The Butchering Art

Here’s the summary of my blog so far:

Me: buys an old house crumbling to ruin
House: treat me right, will you
Me:
House: restore me with love
Me: I will try my hardest to do everything right and cherish you my love

Me: cheap building shite, though
House: !!!
Me: …though.

stripping paint

When I was in comprehensive school I had this Finnish-teacher who allowed her students to swear as much as they wanted during one lesson of their final year.  To get it out of their system.  This was known as vittu-tunti, roughly translating as the f*ck-it-hour.  As much as the teenage me needed an outlet for all those profanities, I feel the time is nigh for a confessional post, right here, chez nous!  I hereby come clean on all the restoration sins I have committed in the name of preservation of a status quo that is the reality of living in a century old property… and beyond.  Ladies and gentlemen, I give you: the ultimate vittu-tunti – chez nous edition:  All the things I’ve done to this beautiful house that are against my principles, and the principles of good restoration and the civil taste, but needed doing regardless.

This will be a tale of creative problem-solving on a budget, but those of a strong conservatorial constitution might wish to sit this one out…

My story of cowboy building begins in December 2018.  Forgive me reader, for I have sinned.  There might have been a few slips of the old acrylate paint before, but this one is major! 

Let me set the scene for you: Our balcony was leaking downstairs and the winter storms were imminent.  The roofing would protect the cracked and leaky concrete, but a bit of the fibre-glass sheeting was lost and the replacements kept disappearing with the strong winds blowing off the Montagne Noire.  We cannot really afford the big works for the minute, but left untouched the floor was only going to get worse.  Driven by desperation I set out to investigate, peeling off broken bits of concrete and bitumen to reveal a gaping gash to the structure.  This thing is huge with a capital H.  I hesitated a moment before filling the hole with a wooden dowel and half a gallon of poly-filler before sealing the deal with a thick layer of moisture repellent paint. 

Out of sight, out of mind.  Blissfully.

Although the hole is now filled, I needed to think of something to cover the gap in the fibre glass sheeting.  As mentioned, we tried fitting a new panel, but the wooden supports were too rotted to house the screws tightly enough to withstand the strong winds.  I did not have a replacement panel, but what I did have was some thick black plastic and a staple gun.  Sin number two, but this “repair” if you can call it that, has lasted 6 months and counting.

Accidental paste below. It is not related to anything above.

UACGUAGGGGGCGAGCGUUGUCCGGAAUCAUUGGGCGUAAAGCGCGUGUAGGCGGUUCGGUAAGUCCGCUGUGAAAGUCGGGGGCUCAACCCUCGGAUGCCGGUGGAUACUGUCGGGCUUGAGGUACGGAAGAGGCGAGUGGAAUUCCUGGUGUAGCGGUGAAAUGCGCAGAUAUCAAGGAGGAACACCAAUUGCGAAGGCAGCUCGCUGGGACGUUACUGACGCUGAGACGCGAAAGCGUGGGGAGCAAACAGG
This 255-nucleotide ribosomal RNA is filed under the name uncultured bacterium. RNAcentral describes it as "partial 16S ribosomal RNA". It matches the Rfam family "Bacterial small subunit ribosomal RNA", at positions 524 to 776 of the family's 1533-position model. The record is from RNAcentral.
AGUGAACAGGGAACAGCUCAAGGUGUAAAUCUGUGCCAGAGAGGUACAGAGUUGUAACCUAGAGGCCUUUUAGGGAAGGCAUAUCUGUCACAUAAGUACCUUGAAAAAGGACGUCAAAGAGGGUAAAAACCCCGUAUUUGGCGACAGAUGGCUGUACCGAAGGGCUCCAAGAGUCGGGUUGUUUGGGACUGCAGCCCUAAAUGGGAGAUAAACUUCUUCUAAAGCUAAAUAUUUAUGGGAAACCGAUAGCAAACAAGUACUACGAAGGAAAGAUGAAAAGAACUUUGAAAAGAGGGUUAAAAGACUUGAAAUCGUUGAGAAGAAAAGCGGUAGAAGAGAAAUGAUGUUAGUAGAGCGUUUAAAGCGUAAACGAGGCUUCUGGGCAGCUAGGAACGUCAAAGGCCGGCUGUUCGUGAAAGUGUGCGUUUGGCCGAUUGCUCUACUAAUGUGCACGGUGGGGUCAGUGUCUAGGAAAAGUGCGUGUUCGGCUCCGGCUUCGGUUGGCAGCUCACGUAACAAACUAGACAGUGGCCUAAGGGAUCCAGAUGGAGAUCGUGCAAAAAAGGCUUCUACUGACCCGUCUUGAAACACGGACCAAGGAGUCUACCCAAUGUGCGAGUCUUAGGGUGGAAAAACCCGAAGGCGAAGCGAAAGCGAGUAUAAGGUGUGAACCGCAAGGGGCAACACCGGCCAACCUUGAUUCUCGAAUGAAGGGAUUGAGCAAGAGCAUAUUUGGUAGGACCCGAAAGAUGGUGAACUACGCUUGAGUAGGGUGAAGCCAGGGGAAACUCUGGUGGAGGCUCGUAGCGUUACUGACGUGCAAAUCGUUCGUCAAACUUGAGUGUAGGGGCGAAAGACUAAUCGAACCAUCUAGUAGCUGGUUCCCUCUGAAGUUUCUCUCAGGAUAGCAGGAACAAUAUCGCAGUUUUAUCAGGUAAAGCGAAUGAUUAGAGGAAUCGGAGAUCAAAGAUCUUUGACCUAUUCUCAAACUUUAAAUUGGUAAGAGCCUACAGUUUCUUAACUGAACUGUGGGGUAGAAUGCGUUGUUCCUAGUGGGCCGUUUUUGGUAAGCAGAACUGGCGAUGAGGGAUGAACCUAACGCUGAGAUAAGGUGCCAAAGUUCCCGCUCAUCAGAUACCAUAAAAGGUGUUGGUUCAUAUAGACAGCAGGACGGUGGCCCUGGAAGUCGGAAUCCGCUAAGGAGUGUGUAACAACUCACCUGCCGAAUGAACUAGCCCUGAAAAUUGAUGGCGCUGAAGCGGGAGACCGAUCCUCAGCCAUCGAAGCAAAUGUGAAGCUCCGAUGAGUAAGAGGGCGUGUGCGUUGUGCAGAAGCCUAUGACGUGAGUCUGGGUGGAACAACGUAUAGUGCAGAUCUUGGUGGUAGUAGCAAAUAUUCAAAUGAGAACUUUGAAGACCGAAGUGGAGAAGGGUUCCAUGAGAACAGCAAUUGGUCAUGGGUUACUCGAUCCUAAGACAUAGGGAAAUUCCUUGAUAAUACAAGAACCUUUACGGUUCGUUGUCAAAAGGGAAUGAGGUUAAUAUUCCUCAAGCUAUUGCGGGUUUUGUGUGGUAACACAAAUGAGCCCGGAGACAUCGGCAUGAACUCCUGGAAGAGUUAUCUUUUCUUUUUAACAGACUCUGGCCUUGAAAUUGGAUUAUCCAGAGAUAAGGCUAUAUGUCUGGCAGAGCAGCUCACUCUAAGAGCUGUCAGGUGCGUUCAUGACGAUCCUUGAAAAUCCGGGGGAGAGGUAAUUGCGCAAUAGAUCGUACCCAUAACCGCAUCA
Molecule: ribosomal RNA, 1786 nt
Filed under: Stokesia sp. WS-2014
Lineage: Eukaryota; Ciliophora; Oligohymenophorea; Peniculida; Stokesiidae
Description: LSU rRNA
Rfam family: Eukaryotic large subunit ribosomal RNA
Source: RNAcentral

Forgive me, dear reader, but sometimes the flesh is weak. 

There was a small incident with a marble fireplace and super-glue, but I had been a very good girl until it came to replacing a panel on one of our doors.  Now, these things were hand made a century ago, but some arse with an anger management problem got to them a decade or two before we adopted this house and most of these stunning wooden panelled doors have holes punched and/or kicked through them.  I am no carpenter, but patching up a door with a bit of beech wood veneer and ready-made moulding is not a true crime against ones historical abode… is it?

Strike number three!

Summer is here and I have one last confession to make – the balcony I mangled for its own good in the winter was looking a bit sad and instead of getting on with proper repairs I simply covered up my butchery with a rug and a set of canopies made out of printed cotton.  I am unashamedly proud about this one.  The material first served in our wedding as table cloths, then I made curtains out of them to cover a gaping patch of raw concrete in our dining room… and now this! 

Adding a handy distraction has given us another year of living with the horrible fibre glass roof without needing to replace it with something equally cheap and nasty.  My plan is to source some pre-loved art deco metalwork and make this balcony a glazed conservatory, but we are at a dreaming-stage with that one, I am afraid, rather than ready to rumble.

There.  My conscience is clean.

Let the renovator without sin cast the first stone.   All I can say is that I did it for the greater good!

THE GREATER GOOD.

 

Bisous,

T xx

 

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